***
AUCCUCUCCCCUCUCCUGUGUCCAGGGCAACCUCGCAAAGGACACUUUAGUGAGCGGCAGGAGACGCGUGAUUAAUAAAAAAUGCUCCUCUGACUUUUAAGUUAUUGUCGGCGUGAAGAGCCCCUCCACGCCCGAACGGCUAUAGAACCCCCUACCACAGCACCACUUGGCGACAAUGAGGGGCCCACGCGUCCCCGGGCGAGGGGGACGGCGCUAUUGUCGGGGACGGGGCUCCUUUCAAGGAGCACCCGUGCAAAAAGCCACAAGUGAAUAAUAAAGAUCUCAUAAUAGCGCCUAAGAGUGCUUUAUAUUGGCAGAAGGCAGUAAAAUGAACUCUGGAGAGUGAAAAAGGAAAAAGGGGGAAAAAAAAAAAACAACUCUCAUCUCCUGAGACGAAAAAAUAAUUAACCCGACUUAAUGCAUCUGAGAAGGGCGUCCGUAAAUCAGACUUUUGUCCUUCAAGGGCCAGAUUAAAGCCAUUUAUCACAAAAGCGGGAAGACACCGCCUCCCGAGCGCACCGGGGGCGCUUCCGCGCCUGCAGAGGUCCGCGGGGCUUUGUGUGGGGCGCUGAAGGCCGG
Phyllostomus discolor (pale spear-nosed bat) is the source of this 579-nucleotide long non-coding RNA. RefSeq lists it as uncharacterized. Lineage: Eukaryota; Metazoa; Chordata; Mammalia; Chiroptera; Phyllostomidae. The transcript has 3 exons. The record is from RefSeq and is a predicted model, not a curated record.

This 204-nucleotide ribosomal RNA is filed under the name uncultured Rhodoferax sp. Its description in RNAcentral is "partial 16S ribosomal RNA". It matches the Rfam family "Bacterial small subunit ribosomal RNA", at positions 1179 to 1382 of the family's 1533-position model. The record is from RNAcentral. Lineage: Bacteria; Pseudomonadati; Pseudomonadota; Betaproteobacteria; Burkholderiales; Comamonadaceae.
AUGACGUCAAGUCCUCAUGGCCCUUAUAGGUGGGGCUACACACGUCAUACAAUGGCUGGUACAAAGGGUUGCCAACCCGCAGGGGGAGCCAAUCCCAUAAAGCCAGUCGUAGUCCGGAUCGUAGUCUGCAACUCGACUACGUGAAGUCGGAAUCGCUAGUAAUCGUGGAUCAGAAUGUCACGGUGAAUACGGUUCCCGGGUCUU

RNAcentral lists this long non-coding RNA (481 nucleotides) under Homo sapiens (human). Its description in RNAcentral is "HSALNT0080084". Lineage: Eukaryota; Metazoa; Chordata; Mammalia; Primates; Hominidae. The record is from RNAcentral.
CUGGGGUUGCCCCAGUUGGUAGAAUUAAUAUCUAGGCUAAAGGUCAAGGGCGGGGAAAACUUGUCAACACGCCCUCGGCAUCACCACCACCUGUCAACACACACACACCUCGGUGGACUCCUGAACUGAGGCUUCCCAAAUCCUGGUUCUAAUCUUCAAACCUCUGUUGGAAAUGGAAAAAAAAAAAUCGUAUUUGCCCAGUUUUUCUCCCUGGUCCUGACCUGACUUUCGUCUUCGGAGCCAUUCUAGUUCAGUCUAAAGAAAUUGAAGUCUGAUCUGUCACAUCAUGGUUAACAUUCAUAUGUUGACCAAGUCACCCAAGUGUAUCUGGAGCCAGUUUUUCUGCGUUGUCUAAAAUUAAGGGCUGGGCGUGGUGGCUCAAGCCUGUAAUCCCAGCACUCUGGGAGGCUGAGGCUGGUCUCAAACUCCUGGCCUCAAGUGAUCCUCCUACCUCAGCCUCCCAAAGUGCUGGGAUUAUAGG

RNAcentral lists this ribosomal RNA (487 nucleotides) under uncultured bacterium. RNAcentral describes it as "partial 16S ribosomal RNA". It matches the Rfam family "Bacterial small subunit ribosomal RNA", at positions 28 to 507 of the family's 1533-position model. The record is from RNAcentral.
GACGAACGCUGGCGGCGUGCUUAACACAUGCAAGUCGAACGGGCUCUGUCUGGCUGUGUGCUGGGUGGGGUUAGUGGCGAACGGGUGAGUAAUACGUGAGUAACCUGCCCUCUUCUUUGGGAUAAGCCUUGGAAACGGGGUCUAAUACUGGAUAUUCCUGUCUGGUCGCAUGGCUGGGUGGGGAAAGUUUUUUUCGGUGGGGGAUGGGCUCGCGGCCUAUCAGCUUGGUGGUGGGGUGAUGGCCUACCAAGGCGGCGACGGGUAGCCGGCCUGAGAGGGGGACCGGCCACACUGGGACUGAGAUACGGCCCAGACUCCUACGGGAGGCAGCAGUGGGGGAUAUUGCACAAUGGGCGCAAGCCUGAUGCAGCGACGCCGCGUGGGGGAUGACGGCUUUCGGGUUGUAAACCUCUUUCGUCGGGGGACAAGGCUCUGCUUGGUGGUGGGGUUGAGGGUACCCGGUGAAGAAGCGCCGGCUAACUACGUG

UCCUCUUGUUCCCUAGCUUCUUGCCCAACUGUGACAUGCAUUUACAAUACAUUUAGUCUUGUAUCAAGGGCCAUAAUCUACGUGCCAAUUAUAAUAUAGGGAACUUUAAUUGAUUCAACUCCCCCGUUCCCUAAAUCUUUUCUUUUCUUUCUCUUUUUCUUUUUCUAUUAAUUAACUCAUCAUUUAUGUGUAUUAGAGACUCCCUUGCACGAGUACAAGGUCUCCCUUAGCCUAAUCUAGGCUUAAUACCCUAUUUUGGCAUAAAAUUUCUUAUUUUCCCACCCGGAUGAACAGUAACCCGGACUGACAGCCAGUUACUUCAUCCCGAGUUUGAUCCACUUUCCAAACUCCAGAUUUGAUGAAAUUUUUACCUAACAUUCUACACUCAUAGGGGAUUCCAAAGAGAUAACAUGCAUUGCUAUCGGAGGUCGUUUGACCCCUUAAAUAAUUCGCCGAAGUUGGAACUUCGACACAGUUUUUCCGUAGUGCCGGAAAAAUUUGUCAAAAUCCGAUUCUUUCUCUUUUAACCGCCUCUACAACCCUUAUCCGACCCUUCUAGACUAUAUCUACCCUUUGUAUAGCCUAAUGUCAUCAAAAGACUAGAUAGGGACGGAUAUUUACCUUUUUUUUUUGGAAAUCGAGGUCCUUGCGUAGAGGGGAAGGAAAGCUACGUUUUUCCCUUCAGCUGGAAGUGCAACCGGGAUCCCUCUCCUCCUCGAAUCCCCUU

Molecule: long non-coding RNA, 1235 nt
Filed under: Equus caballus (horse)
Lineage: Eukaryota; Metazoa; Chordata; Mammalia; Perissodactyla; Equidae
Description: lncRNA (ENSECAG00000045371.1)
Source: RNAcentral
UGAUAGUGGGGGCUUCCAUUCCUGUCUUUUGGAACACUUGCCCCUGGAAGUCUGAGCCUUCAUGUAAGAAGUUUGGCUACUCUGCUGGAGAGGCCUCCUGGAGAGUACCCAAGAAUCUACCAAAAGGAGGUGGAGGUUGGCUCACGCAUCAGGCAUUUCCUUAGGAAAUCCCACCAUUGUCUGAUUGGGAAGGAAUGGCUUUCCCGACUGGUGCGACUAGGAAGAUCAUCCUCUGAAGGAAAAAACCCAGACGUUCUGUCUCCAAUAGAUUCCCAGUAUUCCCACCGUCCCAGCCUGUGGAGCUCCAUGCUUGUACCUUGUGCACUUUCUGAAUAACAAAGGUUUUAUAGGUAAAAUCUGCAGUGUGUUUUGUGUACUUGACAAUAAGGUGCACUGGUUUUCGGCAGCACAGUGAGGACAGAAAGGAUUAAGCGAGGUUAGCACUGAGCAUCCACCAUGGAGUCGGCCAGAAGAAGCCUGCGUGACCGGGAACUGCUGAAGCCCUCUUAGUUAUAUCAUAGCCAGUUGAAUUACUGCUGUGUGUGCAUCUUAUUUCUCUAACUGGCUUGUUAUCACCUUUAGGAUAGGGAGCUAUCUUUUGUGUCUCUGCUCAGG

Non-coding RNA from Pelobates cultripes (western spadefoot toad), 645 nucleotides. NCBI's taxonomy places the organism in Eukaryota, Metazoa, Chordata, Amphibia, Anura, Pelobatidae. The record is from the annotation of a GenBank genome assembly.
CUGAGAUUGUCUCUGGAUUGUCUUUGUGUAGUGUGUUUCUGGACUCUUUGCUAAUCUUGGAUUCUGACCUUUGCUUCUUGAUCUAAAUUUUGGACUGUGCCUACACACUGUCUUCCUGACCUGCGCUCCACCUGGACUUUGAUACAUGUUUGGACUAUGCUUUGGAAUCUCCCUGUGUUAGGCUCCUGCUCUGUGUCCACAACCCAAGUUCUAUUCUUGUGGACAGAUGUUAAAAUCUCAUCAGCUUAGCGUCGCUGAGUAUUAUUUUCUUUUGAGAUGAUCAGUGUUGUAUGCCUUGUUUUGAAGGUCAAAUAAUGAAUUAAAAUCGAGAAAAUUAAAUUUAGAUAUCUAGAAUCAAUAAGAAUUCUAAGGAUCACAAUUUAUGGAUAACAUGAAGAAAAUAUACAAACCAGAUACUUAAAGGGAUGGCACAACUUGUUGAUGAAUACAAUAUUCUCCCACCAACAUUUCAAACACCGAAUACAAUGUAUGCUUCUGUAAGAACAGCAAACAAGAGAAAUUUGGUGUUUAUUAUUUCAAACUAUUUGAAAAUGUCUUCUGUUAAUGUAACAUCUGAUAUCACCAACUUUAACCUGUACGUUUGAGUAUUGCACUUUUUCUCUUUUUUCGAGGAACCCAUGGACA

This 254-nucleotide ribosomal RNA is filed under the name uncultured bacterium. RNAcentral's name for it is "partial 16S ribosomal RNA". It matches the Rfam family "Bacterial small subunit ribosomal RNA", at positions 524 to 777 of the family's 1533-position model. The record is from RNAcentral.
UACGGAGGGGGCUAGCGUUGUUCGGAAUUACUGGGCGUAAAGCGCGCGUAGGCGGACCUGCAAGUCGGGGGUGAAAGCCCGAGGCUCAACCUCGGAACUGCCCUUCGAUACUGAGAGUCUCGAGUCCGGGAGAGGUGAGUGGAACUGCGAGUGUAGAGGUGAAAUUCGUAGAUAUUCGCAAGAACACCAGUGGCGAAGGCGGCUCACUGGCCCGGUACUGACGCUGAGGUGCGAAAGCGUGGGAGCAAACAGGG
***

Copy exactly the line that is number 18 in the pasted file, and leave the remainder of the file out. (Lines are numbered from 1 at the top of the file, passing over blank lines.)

This 254-nucleotide ribosomal RNA is filed under the name uncultured bacterium. RNAcentral's name for it is "partial 16S ribosomal RNA". It matches the Rfam family "Bacterial small subunit ribosomal RNA", at positions 524 to 777 of the family's 1533-position model. The record is from RNAcentral.